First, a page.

The changing face of modern leadership

When you picture a leader – who do you see?

The changing face of modern leadership

When you picture a leader – who do you see?

Our idea of what a leader should  look like has changed immeasurably throughout the ages. From Spartan generals to comic book heroes to doctors, nurses, and teachers – leadership had no set mould or make.

READ MORE: COVID-19: How to relieve employee anxiety

The notion of a traditional leader has died out. Today’s the time of the thoughtful mentor.

HRD spoke to Jeff Birk, manager speaking & training at OC Tanner and speaker at upcoming webinar ‘The shift to modern leadership’. Birk explained why our perceptions of the traditional leader has shifted.

“Traditional leadership has historically concentrated a high percentage of control and decision-making power in a small percentage of designated leaders,” prefaced Birk.

“These traditional-type leaders feel the need to direct everything and everyone, over evaluate processes and people and act as the gatekeeper of every decision that is made.

“Our research says that people are now craving a mentor or coach, not a dictator. They want someone standing at their side encouraging and providing development and growth opportunities in their work. We’ve seen a change in perception now that if you’re not helping employees to succeed, learn and grow, and find meaning in their work, you’re not viewed as a leader in today’s world.”

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And the current COVID-19 crisis only served to highlight these changes even more. As we move into an increasingly remote world, leaders should be using this time to reflect on how they can hone skills – especially when it comes to showing appreciation.

“Since the crisis began in mid-March OC Tanner has been conducting weekly pulse surveys around how the pandemic has affected workplace culture and especially the people in those workplaces,” continued Birk.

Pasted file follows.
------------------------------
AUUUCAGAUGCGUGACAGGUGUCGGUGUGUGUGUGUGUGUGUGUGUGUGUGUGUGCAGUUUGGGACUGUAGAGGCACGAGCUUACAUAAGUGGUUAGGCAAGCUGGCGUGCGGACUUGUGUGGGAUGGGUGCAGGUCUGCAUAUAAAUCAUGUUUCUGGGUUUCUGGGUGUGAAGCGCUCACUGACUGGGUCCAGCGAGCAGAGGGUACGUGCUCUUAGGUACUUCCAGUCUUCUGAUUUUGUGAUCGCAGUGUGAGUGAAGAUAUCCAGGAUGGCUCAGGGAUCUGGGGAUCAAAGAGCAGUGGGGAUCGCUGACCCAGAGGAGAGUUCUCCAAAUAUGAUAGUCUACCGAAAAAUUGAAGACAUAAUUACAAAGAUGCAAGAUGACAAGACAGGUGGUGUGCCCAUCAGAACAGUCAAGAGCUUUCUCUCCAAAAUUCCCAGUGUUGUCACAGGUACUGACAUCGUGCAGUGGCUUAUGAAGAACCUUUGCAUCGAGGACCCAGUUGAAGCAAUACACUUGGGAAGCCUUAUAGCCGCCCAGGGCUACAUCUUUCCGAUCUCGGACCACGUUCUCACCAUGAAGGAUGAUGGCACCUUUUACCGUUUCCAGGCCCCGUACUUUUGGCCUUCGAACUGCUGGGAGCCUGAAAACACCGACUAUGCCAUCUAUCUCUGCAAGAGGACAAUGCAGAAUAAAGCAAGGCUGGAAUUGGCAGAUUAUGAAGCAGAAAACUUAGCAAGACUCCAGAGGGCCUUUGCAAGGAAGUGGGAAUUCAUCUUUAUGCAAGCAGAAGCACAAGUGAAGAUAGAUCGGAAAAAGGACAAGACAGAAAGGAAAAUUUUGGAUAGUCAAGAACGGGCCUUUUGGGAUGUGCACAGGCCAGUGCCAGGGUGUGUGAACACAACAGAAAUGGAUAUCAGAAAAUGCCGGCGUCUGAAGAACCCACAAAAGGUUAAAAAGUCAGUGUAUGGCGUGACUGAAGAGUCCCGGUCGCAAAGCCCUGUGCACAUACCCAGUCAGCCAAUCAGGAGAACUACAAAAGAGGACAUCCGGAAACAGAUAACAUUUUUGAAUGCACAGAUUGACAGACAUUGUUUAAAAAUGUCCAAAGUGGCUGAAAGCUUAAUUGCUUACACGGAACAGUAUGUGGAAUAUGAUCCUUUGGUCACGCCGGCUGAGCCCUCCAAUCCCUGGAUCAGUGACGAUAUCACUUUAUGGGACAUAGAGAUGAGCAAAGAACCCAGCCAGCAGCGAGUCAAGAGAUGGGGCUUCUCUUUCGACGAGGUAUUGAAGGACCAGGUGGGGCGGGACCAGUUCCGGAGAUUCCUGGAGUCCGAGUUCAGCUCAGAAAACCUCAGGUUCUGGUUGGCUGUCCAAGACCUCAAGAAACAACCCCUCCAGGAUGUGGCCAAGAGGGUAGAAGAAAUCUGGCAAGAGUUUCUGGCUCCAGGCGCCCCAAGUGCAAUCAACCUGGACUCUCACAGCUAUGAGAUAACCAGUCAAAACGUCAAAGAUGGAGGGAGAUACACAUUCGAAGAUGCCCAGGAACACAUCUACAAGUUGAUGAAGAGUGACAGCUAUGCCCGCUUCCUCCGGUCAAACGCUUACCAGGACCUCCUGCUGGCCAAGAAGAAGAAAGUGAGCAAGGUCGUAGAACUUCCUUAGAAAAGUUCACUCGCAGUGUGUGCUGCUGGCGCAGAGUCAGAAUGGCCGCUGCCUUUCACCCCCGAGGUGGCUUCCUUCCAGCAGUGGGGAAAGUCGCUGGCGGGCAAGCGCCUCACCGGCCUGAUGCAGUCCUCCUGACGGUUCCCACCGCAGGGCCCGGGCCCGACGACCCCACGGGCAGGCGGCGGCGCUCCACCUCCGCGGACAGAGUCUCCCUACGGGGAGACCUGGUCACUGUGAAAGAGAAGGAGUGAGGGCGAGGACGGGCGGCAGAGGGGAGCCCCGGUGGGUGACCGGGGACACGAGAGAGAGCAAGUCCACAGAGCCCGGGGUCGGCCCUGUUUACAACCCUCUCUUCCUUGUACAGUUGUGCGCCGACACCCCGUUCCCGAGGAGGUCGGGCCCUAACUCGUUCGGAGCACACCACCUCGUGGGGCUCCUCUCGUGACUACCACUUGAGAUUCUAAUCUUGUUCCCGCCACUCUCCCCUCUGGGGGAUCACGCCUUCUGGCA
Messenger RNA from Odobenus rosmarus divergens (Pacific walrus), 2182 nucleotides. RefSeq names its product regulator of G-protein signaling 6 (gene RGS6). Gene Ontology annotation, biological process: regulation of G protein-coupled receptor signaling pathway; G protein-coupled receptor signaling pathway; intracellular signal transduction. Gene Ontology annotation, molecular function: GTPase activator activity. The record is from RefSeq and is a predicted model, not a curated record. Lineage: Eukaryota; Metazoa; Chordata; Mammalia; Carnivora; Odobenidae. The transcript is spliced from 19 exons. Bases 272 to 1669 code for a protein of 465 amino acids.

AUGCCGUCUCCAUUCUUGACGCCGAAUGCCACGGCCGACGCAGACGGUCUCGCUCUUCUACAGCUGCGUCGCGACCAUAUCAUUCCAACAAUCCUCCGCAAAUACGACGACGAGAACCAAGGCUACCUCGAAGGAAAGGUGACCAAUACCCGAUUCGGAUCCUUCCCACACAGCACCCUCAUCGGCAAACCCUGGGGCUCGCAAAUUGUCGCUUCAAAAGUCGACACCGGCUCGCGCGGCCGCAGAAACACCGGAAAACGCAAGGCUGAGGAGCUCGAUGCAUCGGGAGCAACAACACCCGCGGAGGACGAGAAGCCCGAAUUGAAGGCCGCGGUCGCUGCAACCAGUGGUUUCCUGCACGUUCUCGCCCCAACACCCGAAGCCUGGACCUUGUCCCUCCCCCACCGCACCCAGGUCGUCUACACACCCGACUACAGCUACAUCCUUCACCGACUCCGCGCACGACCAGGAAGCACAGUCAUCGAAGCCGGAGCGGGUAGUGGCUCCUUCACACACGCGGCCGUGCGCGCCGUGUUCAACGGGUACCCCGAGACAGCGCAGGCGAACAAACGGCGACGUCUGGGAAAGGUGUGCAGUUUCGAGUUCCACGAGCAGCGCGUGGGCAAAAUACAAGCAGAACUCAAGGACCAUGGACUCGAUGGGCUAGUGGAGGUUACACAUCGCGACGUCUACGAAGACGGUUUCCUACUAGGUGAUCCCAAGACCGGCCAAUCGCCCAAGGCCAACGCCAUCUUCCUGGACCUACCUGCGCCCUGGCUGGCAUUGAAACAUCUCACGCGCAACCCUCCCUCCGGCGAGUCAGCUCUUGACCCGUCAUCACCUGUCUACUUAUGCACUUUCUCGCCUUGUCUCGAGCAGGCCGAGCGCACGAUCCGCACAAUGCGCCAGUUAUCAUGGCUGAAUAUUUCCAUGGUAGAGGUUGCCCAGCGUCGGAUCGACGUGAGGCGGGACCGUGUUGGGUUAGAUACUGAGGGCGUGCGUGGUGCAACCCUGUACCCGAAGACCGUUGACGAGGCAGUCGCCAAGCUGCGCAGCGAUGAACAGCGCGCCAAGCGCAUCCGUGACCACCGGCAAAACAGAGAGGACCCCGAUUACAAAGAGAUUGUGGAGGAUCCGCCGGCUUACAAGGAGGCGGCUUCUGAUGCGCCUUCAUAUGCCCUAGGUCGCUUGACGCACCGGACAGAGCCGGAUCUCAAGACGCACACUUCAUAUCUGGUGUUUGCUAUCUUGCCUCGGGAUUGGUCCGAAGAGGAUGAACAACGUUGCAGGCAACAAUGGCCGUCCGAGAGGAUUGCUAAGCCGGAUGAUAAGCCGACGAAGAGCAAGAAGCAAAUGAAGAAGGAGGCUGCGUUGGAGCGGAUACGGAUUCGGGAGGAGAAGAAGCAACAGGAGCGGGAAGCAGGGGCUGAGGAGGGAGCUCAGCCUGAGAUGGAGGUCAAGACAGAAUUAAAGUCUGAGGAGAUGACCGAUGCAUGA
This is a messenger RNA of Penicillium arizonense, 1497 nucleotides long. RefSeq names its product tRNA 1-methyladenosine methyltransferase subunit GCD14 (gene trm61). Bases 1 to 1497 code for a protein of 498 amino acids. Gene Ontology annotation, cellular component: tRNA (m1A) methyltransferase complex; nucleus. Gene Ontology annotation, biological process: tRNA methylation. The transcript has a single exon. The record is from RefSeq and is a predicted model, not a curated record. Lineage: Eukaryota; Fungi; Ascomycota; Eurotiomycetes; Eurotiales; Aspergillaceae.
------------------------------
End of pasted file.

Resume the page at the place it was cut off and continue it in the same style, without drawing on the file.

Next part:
“A critical find for us is that leaders who reduce recognition or put a hold on their company recognition program in order to shore up finances during the crisis is the wrong move. Employee recognition has a positive impact on culture metrics in good times and bad.

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“In our survey from April 27 to May 1, 2020 we saw evidence of the positive impact of appreciating employees—particularly during a pandemic. When recognized in the past 7 days, employees were 103.4% more likely to feel supported by the organization and 58.6% more likely to trust their leader. In organizations where formal employee recognition is not present (whether it was never offered or was put on hold during the pandemic) the numbers tell a different story.

“Where no formal recognition is present, employees are 22.7% less likely to feel supported by the organization and were 2x more fearful of COVID-19. The lesson for leaders? Recognition is not only the right thing to do but is critical during a crisis.”

To hear more from Birk on the changes nature of leadership, sign up for OC Tanner’s webinar here.

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